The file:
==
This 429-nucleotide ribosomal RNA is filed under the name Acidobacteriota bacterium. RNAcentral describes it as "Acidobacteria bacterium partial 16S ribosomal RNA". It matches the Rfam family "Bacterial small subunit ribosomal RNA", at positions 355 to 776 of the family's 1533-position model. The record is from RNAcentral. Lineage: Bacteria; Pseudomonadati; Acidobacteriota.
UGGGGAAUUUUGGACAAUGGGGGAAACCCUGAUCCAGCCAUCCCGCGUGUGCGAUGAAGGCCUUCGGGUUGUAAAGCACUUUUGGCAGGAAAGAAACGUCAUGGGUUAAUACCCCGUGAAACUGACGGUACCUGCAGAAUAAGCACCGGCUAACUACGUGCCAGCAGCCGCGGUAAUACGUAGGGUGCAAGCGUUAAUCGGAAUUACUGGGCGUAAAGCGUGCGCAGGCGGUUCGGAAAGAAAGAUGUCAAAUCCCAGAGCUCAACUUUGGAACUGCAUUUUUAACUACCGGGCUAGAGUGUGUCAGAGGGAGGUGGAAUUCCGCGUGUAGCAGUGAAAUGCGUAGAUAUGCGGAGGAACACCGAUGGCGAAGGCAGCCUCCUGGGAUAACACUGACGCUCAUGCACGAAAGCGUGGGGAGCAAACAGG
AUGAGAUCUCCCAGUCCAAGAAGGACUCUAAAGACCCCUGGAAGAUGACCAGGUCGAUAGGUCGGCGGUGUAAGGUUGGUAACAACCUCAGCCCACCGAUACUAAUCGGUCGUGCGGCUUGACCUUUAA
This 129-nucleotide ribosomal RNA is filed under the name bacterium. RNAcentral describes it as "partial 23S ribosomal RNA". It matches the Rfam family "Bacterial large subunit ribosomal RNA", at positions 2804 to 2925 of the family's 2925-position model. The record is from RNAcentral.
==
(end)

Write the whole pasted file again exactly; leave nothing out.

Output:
This 429-nucleotide ribosomal RNA is filed under the name Acidobacteriota bacterium. RNAcentral describes it as "Acidobacteria bacterium partial 16S ribosomal RNA". It matches the Rfam family "Bacterial small subunit ribosomal RNA", at positions 355 to 776 of the family's 1533-position model. The record is from RNAcentral. Lineage: Bacteria; Pseudomonadati; Acidobacteriota.
UGGGGAAUUUUGGACAAUGGGGGAAACCCUGAUCCAGCCAUCCCGCGUGUGCGAUGAAGGCCUUCGGGUUGUAAAGCACUUUUGGCAGGAAAGAAACGUCAUGGGUUAAUACCCCGUGAAACUGACGGUACCUGCAGAAUAAGCACCGGCUAACUACGUGCCAGCAGCCGCGGUAAUACGUAGGGUGCAAGCGUUAAUCGGAAUUACUGGGCGUAAAGCGUGCGCAGGCGGUUCGGAAAGAAAGAUGUCAAAUCCCAGAGCUCAACUUUGGAACUGCAUUUUUAACUACCGGGCUAGAGUGUGUCAGAGGGAGGUGGAAUUCCGCGUGUAGCAGUGAAAUGCGUAGAUAUGCGGAGGAACACCGAUGGCGAAGGCAGCCUCCUGGGAUAACACUGACGCUCAUGCACGAAAGCGUGGGGAGCAAACAGG
AUGAGAUCUCCCAGUCCAAGAAGGACUCUAAAGACCCCUGGAAGAUGACCAGGUCGAUAGGUCGGCGGUGUAAGGUUGGUAACAACCUCAGCCCACCGAUACUAAUCGGUCGUGCGGCUUGACCUUUAA
This 129-nucleotide ribosomal RNA is filed under the name bacterium. RNAcentral describes it as "partial 23S ribosomal RNA". It matches the Rfam family "Bacterial large subunit ribosomal RNA", at positions 2804 to 2925 of the family's 2925-position model. The record is from RNAcentral.